$$ \begin{align} \Delta \nu_{x} = D \cdot \tan(\varepsilon) = D \cdot \frac{1}{\lambda \cdot z_{0}} \end{align} $$ (16)

      holds. If we consider the numerical aperture of the aperture $ NA_{D}=D/2z_{0} $ and the minimum detail to be resolved as the inverse of the bandwidth $ d_{x} = 1/\Delta \nu_{x} $, Eq. 16 turns into the well known diffraction limited resolution for a rectangular aperture

      $$ \begin{align} d_{x} = \frac{\lambda}{2\cdot NA_{D}} \end{align} $$ (17)

      Since we assumed the digital apertures to be only limiting in $ x $-direction, the point-spread-function of the reconstructed object wave will be elongated in this direction. In $ y $-direction we will need to insert the numerical aperture of the sensor chip $ NA_{S}=S/2z_{0} $ into Eq. 17 to obtain $ d_{y} $.

    Experimental Results
    • Phase shifting Digital Holography is used to demonstrate the change of perspective if different parts of a hologram are used for reconstruction. A CMOS sensor with $ 2054 \;\times \; 2452 $ pixel and a pixel pitch of $ 3.45 $ $ \mu $m $ \times $ $ 3.45 $ $ \mu $m is used. The wavelength is $ 532 $ nm. The object is placed in a distance of $ 0.175 $ m from the sensor. The effective width of the brick used as object in viewing direction is $ L \approx\ 1.7 $ cm. A plane reference wave and the object wave interfere on the surface of the sensor. The initial phase in the hologram plane is recorded using phase-shifting. The numerical reconstruction into the object area is done with the Fresnel approximation. The resulting image resolution (pixel distance in the reconstructed image) is $ 11.0 $ $ \mu $m $ \times $ $ 13.1 $ $ \mu $m. These values are not equal due to the different pixel numbers in x- and y-direction. A reconstruction using the entire hologram matrix ($ 2054\; \times\; 2452 $ pixel) is shown in Fig. 8.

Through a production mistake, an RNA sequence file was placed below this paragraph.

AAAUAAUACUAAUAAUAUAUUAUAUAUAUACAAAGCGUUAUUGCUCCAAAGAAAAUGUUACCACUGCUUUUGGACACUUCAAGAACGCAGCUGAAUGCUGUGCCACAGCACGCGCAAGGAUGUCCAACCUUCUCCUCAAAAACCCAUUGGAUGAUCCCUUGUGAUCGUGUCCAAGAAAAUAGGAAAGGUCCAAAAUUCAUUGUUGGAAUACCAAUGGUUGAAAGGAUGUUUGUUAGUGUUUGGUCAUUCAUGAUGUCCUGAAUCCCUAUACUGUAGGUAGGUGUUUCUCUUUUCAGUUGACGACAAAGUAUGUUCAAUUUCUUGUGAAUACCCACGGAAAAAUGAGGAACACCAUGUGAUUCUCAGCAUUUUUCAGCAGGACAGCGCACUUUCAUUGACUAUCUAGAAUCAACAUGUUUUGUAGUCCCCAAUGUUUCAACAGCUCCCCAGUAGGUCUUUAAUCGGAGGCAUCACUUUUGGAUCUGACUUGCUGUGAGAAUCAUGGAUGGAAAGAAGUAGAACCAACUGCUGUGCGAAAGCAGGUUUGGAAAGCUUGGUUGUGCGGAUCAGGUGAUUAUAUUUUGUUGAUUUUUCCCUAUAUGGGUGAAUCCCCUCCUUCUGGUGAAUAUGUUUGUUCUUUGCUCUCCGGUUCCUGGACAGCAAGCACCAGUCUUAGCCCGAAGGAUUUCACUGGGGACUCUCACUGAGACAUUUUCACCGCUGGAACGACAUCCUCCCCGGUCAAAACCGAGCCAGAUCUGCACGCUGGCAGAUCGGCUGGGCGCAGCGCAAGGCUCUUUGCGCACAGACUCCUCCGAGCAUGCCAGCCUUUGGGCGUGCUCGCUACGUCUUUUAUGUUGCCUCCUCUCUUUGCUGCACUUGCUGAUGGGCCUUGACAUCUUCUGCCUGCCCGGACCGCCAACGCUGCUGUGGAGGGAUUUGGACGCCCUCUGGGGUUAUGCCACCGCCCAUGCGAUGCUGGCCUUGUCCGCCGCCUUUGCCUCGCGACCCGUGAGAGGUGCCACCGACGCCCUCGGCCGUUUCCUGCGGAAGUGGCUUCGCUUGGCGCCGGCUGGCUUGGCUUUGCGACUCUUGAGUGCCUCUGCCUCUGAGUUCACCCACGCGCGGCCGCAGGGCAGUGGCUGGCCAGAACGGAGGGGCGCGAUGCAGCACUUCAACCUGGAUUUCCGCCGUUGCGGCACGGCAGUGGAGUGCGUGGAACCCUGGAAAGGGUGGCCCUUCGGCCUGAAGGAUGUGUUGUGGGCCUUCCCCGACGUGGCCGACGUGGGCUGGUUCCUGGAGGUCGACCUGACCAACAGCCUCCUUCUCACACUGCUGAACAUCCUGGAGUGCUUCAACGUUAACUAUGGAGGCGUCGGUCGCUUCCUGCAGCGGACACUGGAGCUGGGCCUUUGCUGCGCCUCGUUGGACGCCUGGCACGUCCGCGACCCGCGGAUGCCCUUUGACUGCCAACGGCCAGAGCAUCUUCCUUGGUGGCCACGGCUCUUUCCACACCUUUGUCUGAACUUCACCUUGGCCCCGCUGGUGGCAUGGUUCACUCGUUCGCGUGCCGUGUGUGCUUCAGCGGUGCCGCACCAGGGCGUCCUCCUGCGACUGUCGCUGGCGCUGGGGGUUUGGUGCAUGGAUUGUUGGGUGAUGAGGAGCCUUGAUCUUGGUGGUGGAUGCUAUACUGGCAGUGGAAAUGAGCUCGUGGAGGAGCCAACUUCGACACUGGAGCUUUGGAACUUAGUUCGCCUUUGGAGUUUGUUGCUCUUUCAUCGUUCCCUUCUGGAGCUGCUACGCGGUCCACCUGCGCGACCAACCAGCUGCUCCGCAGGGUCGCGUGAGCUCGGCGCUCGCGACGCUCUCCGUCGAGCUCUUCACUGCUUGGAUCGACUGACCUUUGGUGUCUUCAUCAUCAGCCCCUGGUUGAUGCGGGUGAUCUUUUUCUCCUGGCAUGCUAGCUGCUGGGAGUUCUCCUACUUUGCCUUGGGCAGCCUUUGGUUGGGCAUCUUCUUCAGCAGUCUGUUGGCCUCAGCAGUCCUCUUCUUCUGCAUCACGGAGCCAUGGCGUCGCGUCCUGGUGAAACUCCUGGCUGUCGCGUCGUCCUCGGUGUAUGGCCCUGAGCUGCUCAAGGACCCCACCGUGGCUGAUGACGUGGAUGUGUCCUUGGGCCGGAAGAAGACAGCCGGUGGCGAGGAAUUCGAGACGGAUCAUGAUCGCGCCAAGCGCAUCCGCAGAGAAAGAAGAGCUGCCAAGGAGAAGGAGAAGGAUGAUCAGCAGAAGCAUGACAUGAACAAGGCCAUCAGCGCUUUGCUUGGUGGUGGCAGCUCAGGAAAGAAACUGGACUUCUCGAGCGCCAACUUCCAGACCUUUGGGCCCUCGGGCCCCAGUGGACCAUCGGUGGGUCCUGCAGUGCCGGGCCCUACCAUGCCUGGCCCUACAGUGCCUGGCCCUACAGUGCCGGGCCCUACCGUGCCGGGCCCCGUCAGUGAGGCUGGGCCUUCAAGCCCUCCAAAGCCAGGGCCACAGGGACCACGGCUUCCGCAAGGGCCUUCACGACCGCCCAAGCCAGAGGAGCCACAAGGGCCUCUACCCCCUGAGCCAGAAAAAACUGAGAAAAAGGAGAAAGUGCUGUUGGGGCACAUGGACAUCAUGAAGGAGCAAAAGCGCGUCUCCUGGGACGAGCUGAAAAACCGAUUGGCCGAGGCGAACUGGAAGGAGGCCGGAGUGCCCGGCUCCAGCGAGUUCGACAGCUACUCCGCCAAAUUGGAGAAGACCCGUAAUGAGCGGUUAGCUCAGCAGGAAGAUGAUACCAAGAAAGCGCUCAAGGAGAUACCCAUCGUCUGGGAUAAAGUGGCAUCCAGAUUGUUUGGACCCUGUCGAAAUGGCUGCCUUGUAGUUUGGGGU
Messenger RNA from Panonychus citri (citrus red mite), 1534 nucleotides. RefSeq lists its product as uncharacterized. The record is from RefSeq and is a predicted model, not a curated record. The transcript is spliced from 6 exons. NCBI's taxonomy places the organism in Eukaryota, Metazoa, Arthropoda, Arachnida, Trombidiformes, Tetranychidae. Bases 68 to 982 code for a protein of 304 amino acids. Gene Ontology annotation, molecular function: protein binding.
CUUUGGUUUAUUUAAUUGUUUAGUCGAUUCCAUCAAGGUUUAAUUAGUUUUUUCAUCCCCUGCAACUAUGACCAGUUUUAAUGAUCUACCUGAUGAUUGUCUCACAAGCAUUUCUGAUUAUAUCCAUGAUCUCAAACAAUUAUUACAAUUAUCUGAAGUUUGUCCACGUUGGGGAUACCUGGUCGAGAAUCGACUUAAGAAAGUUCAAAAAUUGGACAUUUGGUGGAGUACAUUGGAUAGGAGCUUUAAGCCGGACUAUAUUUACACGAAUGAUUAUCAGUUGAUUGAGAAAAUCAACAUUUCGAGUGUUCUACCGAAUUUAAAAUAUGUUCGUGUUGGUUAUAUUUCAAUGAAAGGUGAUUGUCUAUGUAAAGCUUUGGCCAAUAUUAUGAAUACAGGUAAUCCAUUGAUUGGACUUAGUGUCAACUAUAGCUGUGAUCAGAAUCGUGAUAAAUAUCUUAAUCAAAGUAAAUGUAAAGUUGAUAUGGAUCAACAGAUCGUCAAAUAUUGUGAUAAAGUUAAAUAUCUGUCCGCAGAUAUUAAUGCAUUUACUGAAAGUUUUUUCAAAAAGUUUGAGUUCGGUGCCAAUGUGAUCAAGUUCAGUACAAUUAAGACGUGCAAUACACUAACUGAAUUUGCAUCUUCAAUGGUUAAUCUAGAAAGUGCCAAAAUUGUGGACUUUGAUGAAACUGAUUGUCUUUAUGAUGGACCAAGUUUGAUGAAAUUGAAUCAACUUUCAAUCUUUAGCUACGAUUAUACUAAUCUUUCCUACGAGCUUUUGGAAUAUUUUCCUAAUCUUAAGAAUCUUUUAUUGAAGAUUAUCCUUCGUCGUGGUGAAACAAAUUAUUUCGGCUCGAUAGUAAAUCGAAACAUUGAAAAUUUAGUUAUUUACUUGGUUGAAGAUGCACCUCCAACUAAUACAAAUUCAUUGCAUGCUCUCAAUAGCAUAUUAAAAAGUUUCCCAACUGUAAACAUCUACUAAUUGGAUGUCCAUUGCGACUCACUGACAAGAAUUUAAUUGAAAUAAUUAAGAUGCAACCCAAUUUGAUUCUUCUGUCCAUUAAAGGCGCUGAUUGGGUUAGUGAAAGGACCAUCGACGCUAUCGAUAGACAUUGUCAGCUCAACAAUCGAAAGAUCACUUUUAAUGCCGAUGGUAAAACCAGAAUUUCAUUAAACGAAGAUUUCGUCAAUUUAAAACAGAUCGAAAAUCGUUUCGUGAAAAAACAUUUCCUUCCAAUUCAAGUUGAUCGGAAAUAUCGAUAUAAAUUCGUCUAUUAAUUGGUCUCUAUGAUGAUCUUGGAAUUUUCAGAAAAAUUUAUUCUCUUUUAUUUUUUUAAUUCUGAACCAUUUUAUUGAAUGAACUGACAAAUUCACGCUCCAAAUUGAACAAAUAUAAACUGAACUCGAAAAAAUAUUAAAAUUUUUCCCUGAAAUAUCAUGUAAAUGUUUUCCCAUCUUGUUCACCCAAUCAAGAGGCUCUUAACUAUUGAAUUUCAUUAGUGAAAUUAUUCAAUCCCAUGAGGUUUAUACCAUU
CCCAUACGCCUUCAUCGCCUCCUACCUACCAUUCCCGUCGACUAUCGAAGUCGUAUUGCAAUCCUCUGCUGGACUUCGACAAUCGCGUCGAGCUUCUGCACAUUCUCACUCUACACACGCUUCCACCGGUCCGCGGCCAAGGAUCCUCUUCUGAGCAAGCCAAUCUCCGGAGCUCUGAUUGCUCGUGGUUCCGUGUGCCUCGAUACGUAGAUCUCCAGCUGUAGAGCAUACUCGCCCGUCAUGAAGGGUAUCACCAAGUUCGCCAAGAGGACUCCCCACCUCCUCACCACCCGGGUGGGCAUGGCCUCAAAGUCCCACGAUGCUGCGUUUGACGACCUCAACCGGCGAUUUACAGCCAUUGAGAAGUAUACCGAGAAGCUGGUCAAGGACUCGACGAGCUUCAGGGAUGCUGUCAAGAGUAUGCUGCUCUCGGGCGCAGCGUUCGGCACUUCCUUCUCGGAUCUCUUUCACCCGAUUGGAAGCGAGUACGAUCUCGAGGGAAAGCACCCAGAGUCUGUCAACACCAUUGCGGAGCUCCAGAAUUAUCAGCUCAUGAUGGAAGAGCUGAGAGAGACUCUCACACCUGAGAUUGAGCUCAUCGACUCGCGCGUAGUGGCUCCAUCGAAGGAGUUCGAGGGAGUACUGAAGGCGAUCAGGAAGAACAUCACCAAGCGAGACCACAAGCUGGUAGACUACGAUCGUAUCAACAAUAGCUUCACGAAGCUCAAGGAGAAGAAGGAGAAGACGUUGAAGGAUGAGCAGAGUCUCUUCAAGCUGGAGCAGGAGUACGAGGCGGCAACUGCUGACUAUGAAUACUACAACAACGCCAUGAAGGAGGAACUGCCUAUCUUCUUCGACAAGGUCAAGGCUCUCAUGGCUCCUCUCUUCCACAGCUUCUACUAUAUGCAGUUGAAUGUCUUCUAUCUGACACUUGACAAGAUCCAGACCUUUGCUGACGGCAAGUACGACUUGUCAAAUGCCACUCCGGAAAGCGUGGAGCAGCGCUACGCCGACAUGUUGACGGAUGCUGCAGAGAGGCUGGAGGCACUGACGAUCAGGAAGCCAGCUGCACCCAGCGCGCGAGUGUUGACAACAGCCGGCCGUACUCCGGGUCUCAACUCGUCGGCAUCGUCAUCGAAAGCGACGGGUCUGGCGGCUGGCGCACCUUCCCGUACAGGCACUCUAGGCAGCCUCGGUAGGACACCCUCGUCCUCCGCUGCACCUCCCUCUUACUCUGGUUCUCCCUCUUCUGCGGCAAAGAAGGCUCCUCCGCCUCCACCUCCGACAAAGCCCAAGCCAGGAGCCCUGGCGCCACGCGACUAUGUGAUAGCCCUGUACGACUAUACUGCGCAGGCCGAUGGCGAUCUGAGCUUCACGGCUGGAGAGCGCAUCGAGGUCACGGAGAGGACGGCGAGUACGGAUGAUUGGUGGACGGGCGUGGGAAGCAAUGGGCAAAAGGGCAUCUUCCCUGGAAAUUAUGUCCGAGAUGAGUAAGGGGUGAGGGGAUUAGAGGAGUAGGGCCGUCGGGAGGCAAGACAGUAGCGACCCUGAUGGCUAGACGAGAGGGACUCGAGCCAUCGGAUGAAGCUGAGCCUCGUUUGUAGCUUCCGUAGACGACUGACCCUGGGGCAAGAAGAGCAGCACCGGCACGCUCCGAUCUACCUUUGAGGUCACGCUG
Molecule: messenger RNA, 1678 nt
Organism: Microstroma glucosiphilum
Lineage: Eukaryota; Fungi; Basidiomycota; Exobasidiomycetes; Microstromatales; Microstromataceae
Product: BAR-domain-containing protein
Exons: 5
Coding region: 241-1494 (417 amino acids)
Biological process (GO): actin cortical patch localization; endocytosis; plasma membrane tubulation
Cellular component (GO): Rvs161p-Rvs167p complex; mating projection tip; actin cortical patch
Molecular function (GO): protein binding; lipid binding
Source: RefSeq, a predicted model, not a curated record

Fig. 8  Reconstruction of a hologram using the entire hologram matrix (2054 × 2452 pixel, image rescaled to quadratic shape).

      Views from different angles are generated by two reconstructions with only $ 2054\; \times\; 800 $ pixel ($ \kappa=0.33 $). A view from the left is generated by using only the columns $ 1 $ to $ 800 $ of the hologram matrix, the grey values of the other columns are set to zero (zero padding). This reconstruction is shown in Fig. 9. A view from the right is generated by using only columns $ 1652 $ to $ 2452 $; the grey values of the other pixel are set to zero. This view is shown in Fig. 10. The speckle size in both images, Fig. 9 and Fig. 10, is larger than in Fig. 8. This is due to the smaller aperture (lower number of pixel in horizontal direction) used for the reconstructions.

      Fig. 9  Reconstruction from the left stripe of the hologram matrix (2054 × 800 pixel).

      Fig. 10  Reconstruction from the right stripe of the hologram matrix (2054 × 800 pixel).